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Which Linux is Better and Why?


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#1 mwalam

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Posted 17 May 2003 - 10:06 PM

Please tell why it is better.

#2 StewartG

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Posted 17 May 2003 - 11:00 PM

I don't think there is one linux that is really better than another. Part of using Linux is picking the one that suits you. I run Redhat for my laptop and server here. Smoothwall for my firewall and E-Smith for email. I also use Knoppix when I need Linux in a hurry.

#3 punkisdead

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Posted 18 May 2003 - 02:17 PM

I would have voted except my favorite is not included in the list.....


GENTOO Linux

Great source based distribution, pain in the ass to install but the performance increase is considerable when compared to a canned distribution like redhat or suse.

#4 Alvin691

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Posted 19 May 2003 - 03:23 AM

Is there a performance tweak?

#5 blueworm

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Posted 19 May 2003 - 09:33 PM

You forgot gentoo please add it to your poll.
Because as things stand gentoo would be in the lead with 2 votes.

It is all the rage now especially amongst gamers!

Why I had been using Mandrake 9.0 fancied something new because
Mandrake 9.1 in my humble opinion was a step backwards not forwards. (pure marketing)
Gentoo is harder to configure, and takes forever to install. but more rewarding. Outstanding support in many languages at www.gentoo.org
Very educational.

#6 gfolkert

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Posted 22 May 2003 - 06:11 AM

There are things to be said for Debian. But IF I do say them here I'll get censored again.

Needless to say, Gentoo has it's place. But all I can say is dependencies SUCK in everything EXCEPT Debian. People don;t understand Debian and therefore bad mouth it.

If you really WANT to know more. Ask.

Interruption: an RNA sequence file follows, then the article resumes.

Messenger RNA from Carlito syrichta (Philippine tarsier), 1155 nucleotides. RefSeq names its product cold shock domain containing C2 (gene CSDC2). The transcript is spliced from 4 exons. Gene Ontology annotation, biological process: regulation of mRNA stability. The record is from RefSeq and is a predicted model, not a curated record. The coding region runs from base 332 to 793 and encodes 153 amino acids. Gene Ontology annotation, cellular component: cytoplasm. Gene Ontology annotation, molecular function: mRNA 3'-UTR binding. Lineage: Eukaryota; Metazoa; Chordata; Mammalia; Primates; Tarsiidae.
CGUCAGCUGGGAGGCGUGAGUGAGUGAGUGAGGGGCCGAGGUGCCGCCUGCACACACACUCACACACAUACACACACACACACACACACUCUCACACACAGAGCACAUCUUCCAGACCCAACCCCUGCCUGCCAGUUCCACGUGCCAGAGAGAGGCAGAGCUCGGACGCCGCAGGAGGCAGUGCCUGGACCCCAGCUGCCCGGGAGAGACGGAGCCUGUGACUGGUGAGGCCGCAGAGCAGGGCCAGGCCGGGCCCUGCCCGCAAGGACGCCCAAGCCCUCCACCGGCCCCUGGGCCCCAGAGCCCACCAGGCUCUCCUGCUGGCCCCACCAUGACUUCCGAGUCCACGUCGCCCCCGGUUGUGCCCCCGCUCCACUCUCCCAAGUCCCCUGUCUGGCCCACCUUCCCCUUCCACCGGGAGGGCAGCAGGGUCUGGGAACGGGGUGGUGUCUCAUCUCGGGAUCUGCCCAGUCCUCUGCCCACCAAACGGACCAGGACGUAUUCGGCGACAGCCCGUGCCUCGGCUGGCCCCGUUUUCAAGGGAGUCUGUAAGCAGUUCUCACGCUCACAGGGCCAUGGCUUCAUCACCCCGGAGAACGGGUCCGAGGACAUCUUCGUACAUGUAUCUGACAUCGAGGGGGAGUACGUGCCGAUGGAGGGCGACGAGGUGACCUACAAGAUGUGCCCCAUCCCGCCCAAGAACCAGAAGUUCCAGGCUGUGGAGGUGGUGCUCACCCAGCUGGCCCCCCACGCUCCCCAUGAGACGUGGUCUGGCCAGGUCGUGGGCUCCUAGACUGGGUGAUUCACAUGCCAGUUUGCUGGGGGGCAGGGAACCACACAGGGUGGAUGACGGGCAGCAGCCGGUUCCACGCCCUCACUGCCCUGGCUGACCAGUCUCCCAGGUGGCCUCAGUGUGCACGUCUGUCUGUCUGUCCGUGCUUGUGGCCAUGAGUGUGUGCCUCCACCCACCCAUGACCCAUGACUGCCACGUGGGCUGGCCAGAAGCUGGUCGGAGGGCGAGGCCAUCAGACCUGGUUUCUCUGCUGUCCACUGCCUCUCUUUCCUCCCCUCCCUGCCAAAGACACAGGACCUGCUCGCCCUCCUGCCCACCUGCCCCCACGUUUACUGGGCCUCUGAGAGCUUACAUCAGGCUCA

#7 Toby

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Posted 22 May 2003 - 12:45 PM

Debian gets my vote.
It feels faster than both RedHat & Mandrake and I really like the packagesystem. There are LOTS of packages too.

I have also used Gentoo and like it, but I just don't have the time to wait for the compiles. A disaster recovery on Gentoo seems like a nightmare building up the OS from scratch.

/Toby

#8 HuMJohn

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Posted 28 May 2003 - 12:20 AM

The oldest distribution still out there and getting better all the time.

Slackware is the second Linux distribution to be available to the masses. (the first being Software Landing Systems - SLS, which Slackware derived from.)

There are no segmented distributions (i.e.: "Professional", "Server", etc.) as everything is included for just about any install scenerio, whether workstation, server, firewall, etc.

You do have to be intimate with your hardware and you should know a little something about *nix in general. This is not a glitzy "Look at the fancy GUI while I throw everything on your system and configure it the way we think you should run your computer" installation.

(My two cents, your milage may vary. laugh )

#9 TrakerJon

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Posted 04 June 2003 - 01:33 PM

Well, for hardware recognition, ease of application installation, configuration changes, multimedia and networking I'd say Mandrake wins by a long shot for home users (Debian for server setup). smile

#10 Corvus

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Posted 27 June 2003 - 09:36 AM

Humm I like some of stuff with MAndrake.. and some of stuff with RedHat.. Haven't used too many of the others and am really still deciding myself..

In mean time I shall sleep on it.

#11 PenguinBiker

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Posted 18 September 2003 - 07:49 AM

When i first saw this thread i voted for suse but after looking at some of the more advanced options my opinion is leaning towards gentoo (one of my firends uses it and has over 160 gb filled with games and no that is not a typo)